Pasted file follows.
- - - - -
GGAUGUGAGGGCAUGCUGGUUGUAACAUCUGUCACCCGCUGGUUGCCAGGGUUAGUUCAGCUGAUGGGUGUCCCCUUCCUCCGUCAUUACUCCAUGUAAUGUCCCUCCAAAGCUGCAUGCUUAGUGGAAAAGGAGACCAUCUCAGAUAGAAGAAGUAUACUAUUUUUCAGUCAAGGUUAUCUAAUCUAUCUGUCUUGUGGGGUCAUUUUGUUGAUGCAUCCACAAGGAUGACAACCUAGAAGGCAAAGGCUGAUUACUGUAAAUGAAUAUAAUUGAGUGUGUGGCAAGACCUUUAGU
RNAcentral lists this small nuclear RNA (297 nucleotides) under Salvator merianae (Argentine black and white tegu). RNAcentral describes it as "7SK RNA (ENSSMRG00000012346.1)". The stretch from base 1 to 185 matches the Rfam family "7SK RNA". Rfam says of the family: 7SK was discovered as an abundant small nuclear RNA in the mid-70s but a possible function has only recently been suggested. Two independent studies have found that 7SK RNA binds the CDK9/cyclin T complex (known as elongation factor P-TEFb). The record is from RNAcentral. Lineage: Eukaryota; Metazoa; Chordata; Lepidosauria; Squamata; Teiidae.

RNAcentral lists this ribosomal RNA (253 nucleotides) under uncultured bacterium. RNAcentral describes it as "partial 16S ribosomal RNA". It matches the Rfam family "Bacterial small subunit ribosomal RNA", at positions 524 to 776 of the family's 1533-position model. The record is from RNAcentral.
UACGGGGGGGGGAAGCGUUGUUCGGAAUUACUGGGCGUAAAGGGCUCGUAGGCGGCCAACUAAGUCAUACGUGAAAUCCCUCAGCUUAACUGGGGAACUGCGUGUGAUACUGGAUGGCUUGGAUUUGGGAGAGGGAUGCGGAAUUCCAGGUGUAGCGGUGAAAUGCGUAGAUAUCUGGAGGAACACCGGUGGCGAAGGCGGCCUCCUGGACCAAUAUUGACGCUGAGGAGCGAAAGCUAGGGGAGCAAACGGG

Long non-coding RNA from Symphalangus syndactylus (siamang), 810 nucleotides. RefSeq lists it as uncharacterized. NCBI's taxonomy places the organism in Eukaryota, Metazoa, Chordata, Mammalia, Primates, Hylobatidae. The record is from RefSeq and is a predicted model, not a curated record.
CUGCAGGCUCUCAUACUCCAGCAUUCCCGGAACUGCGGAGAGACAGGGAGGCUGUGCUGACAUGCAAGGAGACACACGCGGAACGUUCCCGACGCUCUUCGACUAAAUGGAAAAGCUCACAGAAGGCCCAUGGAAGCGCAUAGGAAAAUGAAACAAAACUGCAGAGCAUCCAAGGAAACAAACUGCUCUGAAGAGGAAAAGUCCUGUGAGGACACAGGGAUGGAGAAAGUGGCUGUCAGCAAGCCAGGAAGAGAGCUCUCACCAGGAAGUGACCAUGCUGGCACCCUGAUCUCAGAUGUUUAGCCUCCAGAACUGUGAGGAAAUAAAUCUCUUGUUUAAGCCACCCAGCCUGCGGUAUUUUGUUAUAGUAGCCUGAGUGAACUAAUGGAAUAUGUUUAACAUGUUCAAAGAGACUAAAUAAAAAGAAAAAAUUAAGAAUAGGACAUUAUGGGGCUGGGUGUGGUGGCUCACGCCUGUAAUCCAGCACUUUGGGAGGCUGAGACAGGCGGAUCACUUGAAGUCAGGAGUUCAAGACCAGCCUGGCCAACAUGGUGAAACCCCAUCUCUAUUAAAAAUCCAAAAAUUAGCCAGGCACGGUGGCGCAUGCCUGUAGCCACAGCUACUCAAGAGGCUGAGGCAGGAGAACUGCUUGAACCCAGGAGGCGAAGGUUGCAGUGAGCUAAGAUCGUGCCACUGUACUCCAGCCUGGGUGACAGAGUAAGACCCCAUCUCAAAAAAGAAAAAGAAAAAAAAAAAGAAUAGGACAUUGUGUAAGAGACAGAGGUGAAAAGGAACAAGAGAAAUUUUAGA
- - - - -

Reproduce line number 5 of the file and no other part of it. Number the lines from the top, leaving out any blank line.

Long non-coding RNA from Symphalangus syndactylus (siamang), 810 nucleotides. RefSeq lists it as uncharacterized. NCBI's taxonomy places the organism in Eukaryota, Metazoa, Chordata, Mammalia, Primates, Hylobatidae. The record is from RefSeq and is a predicted model, not a curated record.